Metamorpho/My Journey/Me Me Me

Not this one.

I’ve been thinking a great deal over the past few weeks how things change(d). Really, selfishly, specifically about how much I’ve changed over the past few years. So I thought I’d share.
When I started out writing, many years ago, I wanted to be a decent freelance journalist. And I did ok at that. But then I started writing fiction and fell in love with it, despite – and I think this is important – not having a bloody clue what I was doing. I wrote horror at the beginning. Odd things. An awful, awful, AWFUL novel about cloning Jesus (it’s true and if writing it hadn’t made me a better writer I’d almost be ashamed of it). Then I discovered children’s literature. And I think it was at that point that my writing changed. It got better. Actually it got good. And I was starting to be published regularly.  I think that editors were prepared to put their name to what I’d produced, that they felt it was good enough, was a hugely important thing for me. That validation gave me confidence.
And then I wrote a children’s book, which was published. I was an author at last. It was then that I started blogging and running workshops – doing different things. Living as a writer, or at least pretending to. I toured the book, met readers. Got to talk about writing to people who were interested in it. I was asked to start a writing group (which is still going). I grew a beard. (Actually the beard growing was an accident: I’d finished an exhausting stint of appearances and, once I’d finished I got back to writing and simply didn’t shave and one day discovered I had a beard.)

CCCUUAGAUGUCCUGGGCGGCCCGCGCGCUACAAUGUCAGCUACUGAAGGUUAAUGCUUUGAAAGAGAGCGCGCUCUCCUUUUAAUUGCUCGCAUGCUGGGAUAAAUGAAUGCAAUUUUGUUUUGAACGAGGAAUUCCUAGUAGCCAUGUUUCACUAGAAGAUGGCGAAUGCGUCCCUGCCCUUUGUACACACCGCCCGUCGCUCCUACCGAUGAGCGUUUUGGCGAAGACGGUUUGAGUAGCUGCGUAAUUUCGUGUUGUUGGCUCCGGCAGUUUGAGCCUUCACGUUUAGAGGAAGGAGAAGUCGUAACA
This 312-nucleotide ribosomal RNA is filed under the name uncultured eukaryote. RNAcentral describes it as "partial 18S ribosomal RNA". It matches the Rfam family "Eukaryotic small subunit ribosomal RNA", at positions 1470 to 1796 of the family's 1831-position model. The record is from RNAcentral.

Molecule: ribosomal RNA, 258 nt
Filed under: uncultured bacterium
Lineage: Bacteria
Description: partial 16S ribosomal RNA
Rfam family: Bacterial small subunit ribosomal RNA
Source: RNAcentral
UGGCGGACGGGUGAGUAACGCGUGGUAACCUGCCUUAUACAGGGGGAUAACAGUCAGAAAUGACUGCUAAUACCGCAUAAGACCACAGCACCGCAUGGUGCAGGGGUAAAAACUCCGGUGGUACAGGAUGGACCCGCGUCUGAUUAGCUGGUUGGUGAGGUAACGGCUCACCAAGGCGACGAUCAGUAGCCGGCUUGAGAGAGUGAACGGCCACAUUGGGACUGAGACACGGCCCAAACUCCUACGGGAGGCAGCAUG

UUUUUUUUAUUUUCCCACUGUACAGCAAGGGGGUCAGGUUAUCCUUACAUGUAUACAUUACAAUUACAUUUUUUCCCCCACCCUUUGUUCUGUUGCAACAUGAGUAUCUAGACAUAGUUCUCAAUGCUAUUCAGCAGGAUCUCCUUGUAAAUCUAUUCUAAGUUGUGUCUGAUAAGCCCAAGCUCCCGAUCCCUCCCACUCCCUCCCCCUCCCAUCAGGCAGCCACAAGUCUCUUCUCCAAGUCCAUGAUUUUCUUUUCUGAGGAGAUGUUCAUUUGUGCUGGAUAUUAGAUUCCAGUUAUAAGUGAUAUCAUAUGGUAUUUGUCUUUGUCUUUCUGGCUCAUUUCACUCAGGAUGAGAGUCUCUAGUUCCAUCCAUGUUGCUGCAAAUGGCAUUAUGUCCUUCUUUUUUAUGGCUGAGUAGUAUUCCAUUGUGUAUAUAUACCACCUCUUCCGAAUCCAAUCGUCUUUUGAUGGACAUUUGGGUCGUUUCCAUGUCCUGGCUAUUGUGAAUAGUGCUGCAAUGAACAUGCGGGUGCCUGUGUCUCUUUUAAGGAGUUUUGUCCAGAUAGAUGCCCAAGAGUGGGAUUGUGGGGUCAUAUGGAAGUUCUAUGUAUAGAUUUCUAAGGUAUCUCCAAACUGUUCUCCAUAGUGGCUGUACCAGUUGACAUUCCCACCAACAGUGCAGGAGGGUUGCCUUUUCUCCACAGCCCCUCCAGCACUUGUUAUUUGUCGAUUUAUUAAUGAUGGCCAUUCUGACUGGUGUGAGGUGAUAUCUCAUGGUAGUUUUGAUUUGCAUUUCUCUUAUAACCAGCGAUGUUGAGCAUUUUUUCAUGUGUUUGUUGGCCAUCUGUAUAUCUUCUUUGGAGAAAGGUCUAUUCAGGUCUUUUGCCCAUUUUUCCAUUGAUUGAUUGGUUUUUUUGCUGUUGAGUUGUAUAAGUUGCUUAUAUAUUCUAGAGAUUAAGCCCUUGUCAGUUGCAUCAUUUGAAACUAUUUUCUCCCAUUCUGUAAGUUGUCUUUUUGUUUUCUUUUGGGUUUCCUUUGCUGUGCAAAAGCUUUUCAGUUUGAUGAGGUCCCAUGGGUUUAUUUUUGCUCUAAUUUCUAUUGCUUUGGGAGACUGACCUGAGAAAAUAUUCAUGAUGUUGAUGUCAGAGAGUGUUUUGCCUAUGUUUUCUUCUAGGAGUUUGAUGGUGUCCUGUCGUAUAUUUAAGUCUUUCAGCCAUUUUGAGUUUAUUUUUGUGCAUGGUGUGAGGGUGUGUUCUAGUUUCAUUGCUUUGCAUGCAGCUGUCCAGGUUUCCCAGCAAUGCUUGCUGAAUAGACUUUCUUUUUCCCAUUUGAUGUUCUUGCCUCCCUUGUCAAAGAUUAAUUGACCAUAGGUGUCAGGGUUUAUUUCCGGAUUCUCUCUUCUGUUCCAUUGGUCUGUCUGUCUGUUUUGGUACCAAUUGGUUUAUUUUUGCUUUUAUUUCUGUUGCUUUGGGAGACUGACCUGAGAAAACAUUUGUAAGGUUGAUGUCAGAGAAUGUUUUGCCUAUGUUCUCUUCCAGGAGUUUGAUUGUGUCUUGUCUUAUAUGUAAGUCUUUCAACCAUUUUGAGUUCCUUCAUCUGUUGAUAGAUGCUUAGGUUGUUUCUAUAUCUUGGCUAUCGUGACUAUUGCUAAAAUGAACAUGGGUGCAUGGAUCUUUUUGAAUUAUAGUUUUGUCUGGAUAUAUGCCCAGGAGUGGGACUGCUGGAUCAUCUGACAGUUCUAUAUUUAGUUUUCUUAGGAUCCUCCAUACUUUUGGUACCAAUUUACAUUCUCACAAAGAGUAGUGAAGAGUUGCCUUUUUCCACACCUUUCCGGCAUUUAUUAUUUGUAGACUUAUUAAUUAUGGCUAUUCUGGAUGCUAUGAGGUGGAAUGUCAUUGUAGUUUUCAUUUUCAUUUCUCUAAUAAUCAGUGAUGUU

The next stage, I think, could well be the most important one, and it provided me with a realisation. 
I read Aimee Bender’s Wilful Creatures and I discovered Etgar Keret; both of whom I instantly fell in love with (possibly, as friends might tell you, quite literally in Aimee’s case!). And it was being exposed to these writers (and others), to short stories that made me realise that it was the short form that I loved, and that I naturally leaned towards, even in the longer things I’d written. Everything, structurally, seemed to be short story in shape.
So I gave up on the novel I’d been working on and decided to just write short things for a while. And as soon as I’d done this I remember saying to one of my best friends in writing that it felt like I’d come home. I was comfortable (in a good, not a lazy or complacent, way) and I was having fun. Things fitted. It was all terribly hard work and frustrating (par for the writing course) and rejection filled (par again) but it felt right and natural and, well, good and soon the successes started to come (though not enough and not as quickly as I’d like – so it goes). Also, I think it meant that I understood my writing better, which has helped.
And do you know what occurred to me earlier? In all that time, from pretty much before the blog was born, I’ve not had a rest.
It’s a strange thing looking back at that cocky twenty-two year old greenhorn, with his clean shaven face and bags of energy and confidence, now I’m older and tired and striving to be good as opposed to be published (as I said over at the lovely Caroline Smailes’ blog: I think that writing good stuff will lead to publication anyway and being published is really important to me). And it’s strange to see how much has changed, in my approach to writing, the hours I keep – and personally, in the relationship I lost, the friends I fell out with, the new ones I’ve made, how much I’ve achieved and how much I’ve missed. And, more importantly, how much I’ve learned.